• Navy, who trails North Carolina 14-12 in its series, has faced the Tar Heels every year since 1996 … the series first began in 1975.
• The Mids, who battle Maryland on April 6 in College Park, have faced the Terps 86 times and have played one another every year since 1946 … the series first began in 1924.
• Virginia owns a 31-18 advantage over Navy with the two last meeting in the NCAA Quarterfinals in 2005.
• Navy leads the series with Duke, 24-10, last meeting in the 2009 NCAA Tournament.

Jacksonville 13, Navy 7 — A Look Back
• Jacksonville outscored Navy 6-1 in the second quarter to put the game out of reach for the Mids, as the Dolphins dealt Navy a 13-7 loss last Sunday in the second game of the Moe’s Southwest Grill Classic played at EverBank Field in Jacksonville, Fla.
• Navy never held the lead in the game, as Jacksonville took a 2-0 lead right out of the gates.
• Although the final score would not reflect it, Navy dominated Jacksonville in nearly every statistical category — shots 42-24, ground balls 36-18, faceoffs 15-9, turnovers 12-20, caused turnovers 12-3.
• One category Jacksonville did lead was saves … Peter DeLuca came up with 17 saves, while Navy’s RJ Wickham and Nolan Hickey combined for just six saves … Wickham was replaced by Hickey at the half in what was Hickey’s first collegiate appearance.
• Navy senior faceoff specialist Logan West won 15 of the 24 draws he took against the Dolphins … in doing so, he became just the fourth player in program history to reach the 200-win milestone for his career.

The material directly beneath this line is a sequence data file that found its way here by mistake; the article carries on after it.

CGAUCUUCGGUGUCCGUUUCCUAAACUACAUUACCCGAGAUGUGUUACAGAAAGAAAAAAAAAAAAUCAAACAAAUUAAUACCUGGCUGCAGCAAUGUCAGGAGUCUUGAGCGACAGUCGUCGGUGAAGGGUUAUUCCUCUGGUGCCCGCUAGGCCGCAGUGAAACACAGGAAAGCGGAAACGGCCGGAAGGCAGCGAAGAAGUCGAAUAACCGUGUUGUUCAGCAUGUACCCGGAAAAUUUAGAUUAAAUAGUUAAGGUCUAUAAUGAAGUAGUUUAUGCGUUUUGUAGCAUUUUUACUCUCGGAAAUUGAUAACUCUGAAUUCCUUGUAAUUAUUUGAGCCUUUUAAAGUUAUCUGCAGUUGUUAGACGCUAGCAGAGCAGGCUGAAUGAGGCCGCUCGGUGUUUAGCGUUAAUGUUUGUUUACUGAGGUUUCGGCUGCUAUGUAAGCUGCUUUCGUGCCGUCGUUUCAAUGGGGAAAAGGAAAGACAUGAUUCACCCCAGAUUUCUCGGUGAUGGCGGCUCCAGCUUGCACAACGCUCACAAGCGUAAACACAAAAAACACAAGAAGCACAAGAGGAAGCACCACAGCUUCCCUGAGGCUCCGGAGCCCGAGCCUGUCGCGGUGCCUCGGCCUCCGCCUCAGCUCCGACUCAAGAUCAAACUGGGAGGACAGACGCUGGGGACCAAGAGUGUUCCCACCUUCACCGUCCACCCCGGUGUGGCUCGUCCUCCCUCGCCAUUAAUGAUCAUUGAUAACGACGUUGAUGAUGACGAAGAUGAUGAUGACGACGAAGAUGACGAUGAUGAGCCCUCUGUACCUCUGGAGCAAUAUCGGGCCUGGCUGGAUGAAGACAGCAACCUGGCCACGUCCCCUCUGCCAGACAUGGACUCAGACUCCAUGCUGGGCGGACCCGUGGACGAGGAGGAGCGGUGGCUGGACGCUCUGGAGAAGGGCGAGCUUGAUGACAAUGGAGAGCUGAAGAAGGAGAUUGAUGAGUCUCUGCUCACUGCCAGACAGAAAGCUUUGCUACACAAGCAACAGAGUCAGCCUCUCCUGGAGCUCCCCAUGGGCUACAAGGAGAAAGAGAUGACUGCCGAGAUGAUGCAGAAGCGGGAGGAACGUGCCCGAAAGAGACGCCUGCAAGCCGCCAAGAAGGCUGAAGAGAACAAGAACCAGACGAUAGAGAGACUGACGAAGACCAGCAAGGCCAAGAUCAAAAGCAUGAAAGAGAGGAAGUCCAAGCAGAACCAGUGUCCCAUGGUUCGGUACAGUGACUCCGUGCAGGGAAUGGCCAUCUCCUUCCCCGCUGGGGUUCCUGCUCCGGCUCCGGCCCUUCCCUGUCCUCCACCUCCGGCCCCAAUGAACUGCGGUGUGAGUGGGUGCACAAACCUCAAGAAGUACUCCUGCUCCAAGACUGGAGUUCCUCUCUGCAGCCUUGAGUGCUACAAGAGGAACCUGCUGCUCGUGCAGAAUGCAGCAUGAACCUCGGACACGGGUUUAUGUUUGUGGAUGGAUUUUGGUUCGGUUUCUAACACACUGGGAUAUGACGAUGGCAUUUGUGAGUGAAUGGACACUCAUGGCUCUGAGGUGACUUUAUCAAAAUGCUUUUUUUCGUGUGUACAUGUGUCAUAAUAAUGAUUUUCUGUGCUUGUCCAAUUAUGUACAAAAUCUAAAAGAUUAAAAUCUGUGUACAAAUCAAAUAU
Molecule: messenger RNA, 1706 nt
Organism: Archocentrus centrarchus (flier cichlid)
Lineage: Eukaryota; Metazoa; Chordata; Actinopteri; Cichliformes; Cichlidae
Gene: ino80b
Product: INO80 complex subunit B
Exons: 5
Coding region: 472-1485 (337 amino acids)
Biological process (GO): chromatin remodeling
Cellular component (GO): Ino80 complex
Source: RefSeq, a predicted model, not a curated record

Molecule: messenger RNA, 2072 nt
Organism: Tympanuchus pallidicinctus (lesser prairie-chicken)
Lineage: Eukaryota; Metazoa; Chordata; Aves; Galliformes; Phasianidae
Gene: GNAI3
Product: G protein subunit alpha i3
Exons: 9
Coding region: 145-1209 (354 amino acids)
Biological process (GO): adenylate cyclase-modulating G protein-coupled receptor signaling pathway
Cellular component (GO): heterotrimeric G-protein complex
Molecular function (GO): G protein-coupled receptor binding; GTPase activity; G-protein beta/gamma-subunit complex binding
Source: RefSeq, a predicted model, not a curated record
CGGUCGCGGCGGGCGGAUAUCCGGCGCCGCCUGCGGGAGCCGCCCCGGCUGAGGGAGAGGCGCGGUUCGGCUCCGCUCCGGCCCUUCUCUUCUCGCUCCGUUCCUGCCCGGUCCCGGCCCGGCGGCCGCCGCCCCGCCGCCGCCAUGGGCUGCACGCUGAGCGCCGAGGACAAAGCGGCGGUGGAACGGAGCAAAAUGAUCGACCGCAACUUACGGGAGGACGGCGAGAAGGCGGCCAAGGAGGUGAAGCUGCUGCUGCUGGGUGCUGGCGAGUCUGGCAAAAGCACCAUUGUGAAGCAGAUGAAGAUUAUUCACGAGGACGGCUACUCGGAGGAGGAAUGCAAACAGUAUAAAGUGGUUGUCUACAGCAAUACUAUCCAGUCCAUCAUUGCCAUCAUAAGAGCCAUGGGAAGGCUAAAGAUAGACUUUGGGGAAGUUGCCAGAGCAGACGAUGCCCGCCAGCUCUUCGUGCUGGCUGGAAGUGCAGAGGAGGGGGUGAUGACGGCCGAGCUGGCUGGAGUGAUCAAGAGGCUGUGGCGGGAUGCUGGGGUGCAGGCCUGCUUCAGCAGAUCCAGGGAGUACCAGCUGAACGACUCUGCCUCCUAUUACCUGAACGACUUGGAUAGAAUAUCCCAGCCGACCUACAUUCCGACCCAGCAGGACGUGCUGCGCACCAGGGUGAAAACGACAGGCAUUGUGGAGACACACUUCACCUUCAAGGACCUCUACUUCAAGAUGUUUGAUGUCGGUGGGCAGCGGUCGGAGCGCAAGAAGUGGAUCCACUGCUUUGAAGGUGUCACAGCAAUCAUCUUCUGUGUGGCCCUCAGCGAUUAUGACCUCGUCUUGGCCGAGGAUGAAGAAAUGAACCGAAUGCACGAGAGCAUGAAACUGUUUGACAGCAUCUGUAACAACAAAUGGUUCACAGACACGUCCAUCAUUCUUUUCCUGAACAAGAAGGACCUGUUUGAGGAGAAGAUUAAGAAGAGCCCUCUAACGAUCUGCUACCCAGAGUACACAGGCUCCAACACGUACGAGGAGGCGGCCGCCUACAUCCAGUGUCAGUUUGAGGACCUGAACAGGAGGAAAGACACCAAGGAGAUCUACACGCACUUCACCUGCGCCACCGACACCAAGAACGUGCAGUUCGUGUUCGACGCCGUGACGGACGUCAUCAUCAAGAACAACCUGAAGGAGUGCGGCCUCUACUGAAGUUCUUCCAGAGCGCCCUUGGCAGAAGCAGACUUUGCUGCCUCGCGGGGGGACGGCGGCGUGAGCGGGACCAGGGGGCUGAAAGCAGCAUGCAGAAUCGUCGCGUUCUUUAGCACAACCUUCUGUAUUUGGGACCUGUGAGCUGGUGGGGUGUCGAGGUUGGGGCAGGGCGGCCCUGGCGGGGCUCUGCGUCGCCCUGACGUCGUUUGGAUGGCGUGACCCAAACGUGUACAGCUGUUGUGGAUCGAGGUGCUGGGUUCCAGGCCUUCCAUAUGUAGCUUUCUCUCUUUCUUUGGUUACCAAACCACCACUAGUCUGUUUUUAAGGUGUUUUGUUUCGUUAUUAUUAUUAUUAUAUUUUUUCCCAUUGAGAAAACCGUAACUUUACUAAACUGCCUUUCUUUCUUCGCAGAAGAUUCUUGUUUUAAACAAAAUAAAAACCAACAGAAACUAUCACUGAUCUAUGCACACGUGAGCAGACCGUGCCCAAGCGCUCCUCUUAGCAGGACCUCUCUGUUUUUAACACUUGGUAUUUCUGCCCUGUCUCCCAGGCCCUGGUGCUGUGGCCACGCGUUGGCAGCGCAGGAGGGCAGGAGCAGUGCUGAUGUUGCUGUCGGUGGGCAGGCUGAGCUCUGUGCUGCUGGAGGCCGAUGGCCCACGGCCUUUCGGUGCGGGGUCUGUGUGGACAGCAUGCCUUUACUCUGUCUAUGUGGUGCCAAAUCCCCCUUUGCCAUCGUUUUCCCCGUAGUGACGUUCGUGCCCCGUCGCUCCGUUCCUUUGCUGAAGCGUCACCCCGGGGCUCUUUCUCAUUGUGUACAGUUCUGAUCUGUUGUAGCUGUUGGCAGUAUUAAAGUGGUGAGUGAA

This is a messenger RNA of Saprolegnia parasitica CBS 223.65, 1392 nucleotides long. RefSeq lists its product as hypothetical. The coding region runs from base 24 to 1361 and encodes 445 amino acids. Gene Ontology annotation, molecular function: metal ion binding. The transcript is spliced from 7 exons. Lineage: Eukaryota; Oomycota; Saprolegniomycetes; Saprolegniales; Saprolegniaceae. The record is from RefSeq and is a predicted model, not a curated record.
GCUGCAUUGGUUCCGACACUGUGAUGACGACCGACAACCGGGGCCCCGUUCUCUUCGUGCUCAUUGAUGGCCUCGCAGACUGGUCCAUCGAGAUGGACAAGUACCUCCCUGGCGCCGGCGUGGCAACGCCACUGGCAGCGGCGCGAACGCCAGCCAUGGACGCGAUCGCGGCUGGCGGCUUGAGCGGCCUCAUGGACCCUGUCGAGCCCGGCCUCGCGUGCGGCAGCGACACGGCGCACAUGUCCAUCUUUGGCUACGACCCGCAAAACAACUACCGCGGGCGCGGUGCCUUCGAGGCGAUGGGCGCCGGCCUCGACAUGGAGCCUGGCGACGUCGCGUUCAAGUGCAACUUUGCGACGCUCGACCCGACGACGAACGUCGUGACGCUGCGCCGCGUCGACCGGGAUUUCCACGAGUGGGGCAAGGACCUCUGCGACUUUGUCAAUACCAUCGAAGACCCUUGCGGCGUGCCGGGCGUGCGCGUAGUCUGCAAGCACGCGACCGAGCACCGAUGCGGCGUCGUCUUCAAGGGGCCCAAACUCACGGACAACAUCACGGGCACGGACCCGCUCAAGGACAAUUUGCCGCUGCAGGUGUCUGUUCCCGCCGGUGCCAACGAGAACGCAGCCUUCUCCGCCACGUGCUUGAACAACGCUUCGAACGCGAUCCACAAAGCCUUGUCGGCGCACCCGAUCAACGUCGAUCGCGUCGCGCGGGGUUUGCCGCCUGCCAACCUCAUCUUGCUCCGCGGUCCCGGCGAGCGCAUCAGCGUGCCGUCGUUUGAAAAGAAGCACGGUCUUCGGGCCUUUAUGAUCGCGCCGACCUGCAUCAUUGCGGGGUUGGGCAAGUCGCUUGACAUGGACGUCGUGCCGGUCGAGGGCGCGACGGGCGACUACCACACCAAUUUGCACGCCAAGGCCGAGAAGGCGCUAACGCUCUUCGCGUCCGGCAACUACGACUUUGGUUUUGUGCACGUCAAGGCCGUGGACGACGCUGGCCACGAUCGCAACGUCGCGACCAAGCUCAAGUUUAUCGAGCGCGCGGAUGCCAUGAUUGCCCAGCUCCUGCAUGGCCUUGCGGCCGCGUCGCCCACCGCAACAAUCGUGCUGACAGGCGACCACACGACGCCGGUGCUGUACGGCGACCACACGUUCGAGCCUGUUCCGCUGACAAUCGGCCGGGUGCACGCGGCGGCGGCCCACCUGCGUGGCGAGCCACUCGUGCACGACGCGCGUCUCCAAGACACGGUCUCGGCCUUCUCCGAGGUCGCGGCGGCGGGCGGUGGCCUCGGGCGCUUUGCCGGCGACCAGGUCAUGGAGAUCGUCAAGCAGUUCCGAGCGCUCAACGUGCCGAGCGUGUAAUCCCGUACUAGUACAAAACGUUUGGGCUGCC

• Sophomore attackman Tucker Hull paced the Mids with three goals, marking the second-consecutive game in which he has pitched a hat trick … he opened the season with a six-goal effort against VMI.
• Sophomore attackman Sam Jones extended his point scoring streak to six straight games dating back to last year’s Georgetown games, scoring a goal against the Dolphins.
• Junior close defenseman Austin Miller replaced an injured Pat Kiernan on the wing of faceoffs, picking up a career-high six ground balls.
• Junior Jay Christopher made his first-career start on defense.

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After Virginia Mess, Win Over Miami Even More Impressive For Terps

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After Virginia Mess, Win Over Miami Even More Impressive For Terps

Posted on 21 February 2012 by Glenn Clark

COLLEGE PARK — After the University of Maryland basketball team suffered a disastrous second half letdown in a 71-44 loss at the University of Virginia Saturday, it would have been easy to believe a season ending freefall had begun.

Head coach Mark Turgeon said he only needed 48 hours to believe that wasn’t going to be the case.

“I was so down. There was nothing going on on the bus (after the loss in Charlottesville), there was no one talking except me and I was just yelling at my assistants, just venting to them” Turegon said. “We finished practice (Monday) and we had a great practice. I said ‘you know what? Everybody around here thinks we’re just going to roll over and quit and you showed me today that we’re not.’ I went home and had a great night with my family, enjoyed dinner, slept well, and that’s all you can ask as a coach.”